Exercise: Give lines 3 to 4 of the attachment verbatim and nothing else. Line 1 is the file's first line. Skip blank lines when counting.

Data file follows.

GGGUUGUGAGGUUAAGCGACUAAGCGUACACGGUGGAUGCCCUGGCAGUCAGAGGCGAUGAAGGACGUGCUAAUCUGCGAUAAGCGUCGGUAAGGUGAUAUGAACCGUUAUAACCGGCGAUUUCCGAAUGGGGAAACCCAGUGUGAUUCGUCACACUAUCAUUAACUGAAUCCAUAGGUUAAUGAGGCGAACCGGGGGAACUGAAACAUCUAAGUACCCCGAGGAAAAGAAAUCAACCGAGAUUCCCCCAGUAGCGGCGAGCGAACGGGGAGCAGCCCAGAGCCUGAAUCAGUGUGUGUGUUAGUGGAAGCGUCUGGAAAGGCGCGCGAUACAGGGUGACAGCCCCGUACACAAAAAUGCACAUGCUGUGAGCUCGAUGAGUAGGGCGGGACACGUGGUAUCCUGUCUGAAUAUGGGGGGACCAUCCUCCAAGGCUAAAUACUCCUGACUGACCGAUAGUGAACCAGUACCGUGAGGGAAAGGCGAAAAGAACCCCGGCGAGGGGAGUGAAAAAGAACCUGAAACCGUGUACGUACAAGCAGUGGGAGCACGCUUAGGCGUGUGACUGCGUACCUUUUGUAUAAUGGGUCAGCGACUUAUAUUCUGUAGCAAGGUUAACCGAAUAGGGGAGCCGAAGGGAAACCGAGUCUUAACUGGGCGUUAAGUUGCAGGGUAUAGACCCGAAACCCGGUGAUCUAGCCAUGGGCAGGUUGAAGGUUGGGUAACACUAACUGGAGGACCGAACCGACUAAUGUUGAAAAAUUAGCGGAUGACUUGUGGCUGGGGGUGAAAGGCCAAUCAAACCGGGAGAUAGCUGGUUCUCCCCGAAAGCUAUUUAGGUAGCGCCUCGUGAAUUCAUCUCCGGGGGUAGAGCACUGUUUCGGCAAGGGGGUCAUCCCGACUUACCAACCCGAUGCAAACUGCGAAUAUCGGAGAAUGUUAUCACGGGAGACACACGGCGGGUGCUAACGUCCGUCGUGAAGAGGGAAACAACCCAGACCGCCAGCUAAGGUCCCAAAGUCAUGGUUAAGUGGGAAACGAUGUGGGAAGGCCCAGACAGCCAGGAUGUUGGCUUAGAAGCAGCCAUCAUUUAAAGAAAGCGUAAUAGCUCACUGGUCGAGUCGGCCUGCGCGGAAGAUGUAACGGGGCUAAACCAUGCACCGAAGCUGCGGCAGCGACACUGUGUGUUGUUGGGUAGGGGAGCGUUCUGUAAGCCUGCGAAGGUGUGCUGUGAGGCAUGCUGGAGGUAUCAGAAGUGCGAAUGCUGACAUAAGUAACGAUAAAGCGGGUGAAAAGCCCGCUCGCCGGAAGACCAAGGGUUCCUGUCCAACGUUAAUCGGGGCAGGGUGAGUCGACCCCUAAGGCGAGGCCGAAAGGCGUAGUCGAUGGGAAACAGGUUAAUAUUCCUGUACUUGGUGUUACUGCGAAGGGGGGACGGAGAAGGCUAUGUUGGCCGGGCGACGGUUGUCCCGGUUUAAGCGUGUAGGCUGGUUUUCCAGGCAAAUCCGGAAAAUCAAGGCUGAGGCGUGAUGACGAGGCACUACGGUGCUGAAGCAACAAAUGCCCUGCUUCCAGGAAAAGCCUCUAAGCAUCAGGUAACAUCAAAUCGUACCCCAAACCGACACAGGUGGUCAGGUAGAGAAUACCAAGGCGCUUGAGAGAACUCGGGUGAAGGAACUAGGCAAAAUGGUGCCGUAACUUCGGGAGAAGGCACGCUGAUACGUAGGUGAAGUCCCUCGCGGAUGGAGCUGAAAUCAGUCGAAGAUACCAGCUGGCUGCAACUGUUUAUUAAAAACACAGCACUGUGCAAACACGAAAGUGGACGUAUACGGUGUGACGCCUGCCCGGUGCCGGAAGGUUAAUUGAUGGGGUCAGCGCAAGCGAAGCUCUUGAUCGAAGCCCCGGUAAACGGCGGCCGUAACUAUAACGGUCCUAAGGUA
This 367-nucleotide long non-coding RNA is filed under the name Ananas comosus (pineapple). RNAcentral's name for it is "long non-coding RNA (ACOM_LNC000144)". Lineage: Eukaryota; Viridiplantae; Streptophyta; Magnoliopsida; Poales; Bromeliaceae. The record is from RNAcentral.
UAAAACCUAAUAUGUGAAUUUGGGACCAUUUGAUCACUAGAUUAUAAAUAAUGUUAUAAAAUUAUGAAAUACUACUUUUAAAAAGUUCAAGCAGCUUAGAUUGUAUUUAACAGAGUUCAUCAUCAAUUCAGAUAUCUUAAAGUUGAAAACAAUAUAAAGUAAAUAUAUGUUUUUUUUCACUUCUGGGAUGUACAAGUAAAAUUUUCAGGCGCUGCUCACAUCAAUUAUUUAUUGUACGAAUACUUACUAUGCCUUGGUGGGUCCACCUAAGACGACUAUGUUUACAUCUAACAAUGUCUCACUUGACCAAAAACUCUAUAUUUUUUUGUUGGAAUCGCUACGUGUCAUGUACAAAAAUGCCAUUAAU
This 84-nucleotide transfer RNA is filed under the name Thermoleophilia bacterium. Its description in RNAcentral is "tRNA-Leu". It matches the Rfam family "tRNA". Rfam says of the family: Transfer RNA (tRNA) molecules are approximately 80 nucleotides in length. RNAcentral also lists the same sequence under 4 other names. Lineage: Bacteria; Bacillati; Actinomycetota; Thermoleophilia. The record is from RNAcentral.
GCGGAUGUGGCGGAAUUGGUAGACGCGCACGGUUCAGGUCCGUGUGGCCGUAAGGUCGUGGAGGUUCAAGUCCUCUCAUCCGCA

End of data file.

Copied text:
UAAAACCUAAUAUGUGAAUUUGGGACCAUUUGAUCACUAGAUUAUAAAUAAUGUUAUAAAAUUAUGAAAUACUACUUUUAAAAAGUUCAAGCAGCUUAGAUUGUAUUUAACAGAGUUCAUCAUCAAUUCAGAUAUCUUAAAGUUGAAAACAAUAUAAAGUAAAUAUAUGUUUUUUUUCACUUCUGGGAUGUACAAGUAAAAUUUUCAGGCGCUGCUCACAUCAAUUAUUUAUUGUACGAAUACUUACUAUGCCUUGGUGGGUCCACCUAAGACGACUAUGUUUACAUCUAACAAUGUCUCACUUGACCAAAAACUCUAUAUUUUUUUGUUGGAAUCGCUACGUGUCAUGUACAAAAAUGCCAUUAAU
This 84-nucleotide transfer RNA is filed under the name Thermoleophilia bacterium. Its description in RNAcentral is "tRNA-Leu". It matches the Rfam family "tRNA". Rfam says of the family: Transfer RNA (tRNA) molecules are approximately 80 nucleotides in length. RNAcentral also lists the same sequence under 4 other names. Lineage: Bacteria; Bacillati; Actinomycetota; Thermoleophilia. The record is from RNAcentral.